Most traders make the mistake of thinking that central banks are omnipotent. The reality is that they are not, and quite frankly are almost always on the wrong side of the issue. For example, the Federal Reserve has spent all of last year telling us that inflation was “transitory”, and we obviously know better now. In 2007, Ben Bernanke told everybody that the housing bubble was not in a bubble. We see how that played out as well.
Last week, the Bank of Japan decided to intervene in the Forex markets, in order to bid the Japanese yen back up. After all, it was getting slaughtered against almost everything out there due to the fact that the Bank of Japan is in the process of buying “unlimited bonds.” This is essentially the same thing as printing unlimited currency. In that scenario, it’s difficult for the currency to be taken seriously, and as a result we have seen a lot of selling pressure against the Japanese yen.
15% of reserves used
The Bank of Japan used 15% of its Forex reserves to buy yen, in order to pick up the currency from the floor. At this point, a lot of new traders get nervous, but the reality is that most of these moves fail, and central banks are not necessarily trying to change the trend, they are simply trying to slow down the yon slide. They have certainly accomplished that in Tokyo, but now it is set up an obvious barrier.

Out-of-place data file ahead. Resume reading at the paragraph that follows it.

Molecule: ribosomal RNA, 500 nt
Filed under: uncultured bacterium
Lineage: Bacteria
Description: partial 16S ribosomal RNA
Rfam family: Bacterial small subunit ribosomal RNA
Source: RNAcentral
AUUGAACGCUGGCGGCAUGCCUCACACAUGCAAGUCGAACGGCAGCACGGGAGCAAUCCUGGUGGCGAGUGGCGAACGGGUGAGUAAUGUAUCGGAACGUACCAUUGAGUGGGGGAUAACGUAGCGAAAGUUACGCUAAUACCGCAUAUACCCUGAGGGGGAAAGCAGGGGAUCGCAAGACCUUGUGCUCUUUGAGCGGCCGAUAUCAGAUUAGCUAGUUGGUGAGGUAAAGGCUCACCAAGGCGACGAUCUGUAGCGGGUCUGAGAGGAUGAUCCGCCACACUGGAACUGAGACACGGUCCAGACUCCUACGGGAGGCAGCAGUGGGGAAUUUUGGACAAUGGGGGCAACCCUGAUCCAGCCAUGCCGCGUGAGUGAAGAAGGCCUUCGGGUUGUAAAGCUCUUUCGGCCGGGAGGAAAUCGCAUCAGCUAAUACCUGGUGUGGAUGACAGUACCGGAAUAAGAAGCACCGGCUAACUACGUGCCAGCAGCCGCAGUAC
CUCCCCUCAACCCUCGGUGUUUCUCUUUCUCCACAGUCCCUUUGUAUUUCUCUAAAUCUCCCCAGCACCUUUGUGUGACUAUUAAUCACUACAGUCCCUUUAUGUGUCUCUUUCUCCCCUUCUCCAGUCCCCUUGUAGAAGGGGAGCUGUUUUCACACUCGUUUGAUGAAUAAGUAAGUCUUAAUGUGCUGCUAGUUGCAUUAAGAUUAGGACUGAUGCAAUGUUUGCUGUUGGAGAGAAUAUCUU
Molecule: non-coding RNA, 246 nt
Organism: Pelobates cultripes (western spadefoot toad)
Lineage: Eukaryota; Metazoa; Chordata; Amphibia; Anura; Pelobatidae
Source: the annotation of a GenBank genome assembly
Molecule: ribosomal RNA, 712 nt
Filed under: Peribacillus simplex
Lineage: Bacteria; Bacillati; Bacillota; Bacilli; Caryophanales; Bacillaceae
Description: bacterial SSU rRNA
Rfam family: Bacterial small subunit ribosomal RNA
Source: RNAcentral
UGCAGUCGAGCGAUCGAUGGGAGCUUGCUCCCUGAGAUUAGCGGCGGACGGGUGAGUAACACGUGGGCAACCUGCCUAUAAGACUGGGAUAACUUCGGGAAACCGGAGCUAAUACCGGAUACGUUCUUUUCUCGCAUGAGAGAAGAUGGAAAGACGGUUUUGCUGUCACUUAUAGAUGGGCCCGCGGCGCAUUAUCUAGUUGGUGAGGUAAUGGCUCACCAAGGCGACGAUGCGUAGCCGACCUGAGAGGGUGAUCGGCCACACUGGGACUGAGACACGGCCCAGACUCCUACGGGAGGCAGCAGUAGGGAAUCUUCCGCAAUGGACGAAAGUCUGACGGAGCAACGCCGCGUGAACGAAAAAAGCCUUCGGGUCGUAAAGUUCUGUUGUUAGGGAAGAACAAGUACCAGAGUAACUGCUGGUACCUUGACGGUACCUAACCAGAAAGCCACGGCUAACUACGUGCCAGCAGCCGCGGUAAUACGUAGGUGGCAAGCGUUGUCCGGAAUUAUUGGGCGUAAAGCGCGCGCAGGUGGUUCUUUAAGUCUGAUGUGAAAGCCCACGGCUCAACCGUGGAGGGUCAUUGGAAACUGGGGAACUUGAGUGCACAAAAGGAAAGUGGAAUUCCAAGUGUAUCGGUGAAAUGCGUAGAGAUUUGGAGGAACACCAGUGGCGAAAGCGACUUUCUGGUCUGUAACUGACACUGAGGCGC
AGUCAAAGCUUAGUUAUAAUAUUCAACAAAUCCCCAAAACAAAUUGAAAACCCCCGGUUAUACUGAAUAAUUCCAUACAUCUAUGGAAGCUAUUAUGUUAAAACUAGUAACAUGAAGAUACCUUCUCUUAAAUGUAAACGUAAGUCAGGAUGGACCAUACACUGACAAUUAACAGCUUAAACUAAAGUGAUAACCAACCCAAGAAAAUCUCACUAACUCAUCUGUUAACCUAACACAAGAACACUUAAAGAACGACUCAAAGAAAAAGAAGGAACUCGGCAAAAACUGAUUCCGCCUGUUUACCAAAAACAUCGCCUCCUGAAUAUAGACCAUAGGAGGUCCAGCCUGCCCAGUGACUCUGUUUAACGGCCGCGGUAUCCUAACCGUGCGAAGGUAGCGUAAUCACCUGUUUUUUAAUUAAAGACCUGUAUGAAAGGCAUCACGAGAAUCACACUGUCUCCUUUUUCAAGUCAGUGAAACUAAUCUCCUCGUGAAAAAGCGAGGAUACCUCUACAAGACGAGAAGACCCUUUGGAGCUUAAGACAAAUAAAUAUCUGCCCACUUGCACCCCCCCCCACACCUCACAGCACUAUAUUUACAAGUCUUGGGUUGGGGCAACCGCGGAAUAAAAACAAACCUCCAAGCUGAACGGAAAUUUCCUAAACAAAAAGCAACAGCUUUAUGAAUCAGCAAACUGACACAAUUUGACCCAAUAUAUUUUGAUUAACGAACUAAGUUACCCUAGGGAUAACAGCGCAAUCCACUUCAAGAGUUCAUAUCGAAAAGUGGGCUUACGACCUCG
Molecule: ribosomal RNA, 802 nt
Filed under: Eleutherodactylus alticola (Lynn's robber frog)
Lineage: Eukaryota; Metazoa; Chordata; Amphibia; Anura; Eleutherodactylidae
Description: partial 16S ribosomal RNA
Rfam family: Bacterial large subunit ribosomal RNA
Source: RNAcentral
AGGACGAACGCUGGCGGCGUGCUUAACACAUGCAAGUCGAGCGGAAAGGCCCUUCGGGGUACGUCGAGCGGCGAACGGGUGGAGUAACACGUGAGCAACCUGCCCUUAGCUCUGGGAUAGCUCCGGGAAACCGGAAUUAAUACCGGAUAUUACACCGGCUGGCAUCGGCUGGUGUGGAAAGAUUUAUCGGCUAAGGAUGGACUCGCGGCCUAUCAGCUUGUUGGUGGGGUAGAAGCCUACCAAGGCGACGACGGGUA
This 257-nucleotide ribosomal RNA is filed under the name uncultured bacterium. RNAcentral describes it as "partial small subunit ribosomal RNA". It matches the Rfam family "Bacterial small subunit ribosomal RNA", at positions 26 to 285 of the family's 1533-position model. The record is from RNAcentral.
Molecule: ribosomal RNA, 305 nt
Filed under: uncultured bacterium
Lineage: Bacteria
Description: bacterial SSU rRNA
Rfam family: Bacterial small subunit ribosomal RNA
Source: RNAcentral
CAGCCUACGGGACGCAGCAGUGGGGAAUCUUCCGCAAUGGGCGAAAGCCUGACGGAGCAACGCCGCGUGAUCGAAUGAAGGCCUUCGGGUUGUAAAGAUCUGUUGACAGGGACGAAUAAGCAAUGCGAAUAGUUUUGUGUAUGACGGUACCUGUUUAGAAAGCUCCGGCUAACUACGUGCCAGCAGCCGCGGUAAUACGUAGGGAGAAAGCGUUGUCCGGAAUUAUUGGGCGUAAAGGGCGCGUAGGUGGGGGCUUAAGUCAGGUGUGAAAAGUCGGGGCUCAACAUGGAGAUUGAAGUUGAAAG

The ¥145 level is an area where a lot of people will be paying close attention to, and it has offered a significant amount of selling pressure. That being said, I think the best way to play this market is to buy pullbacks on shorter-term charts, especially near the ¥142.50 level, and maybe even the ¥140 level. Either way, think of it as “buying cheap US dollars”, and therefore I think it’s probably a situation where you don’t want to chase the trade all the way up here, but there is room to maneuver on shorter time frames. Yes, eventually we could very well break out, but if it’s done in a very chaotic manner, we could see the BoJ get involved again.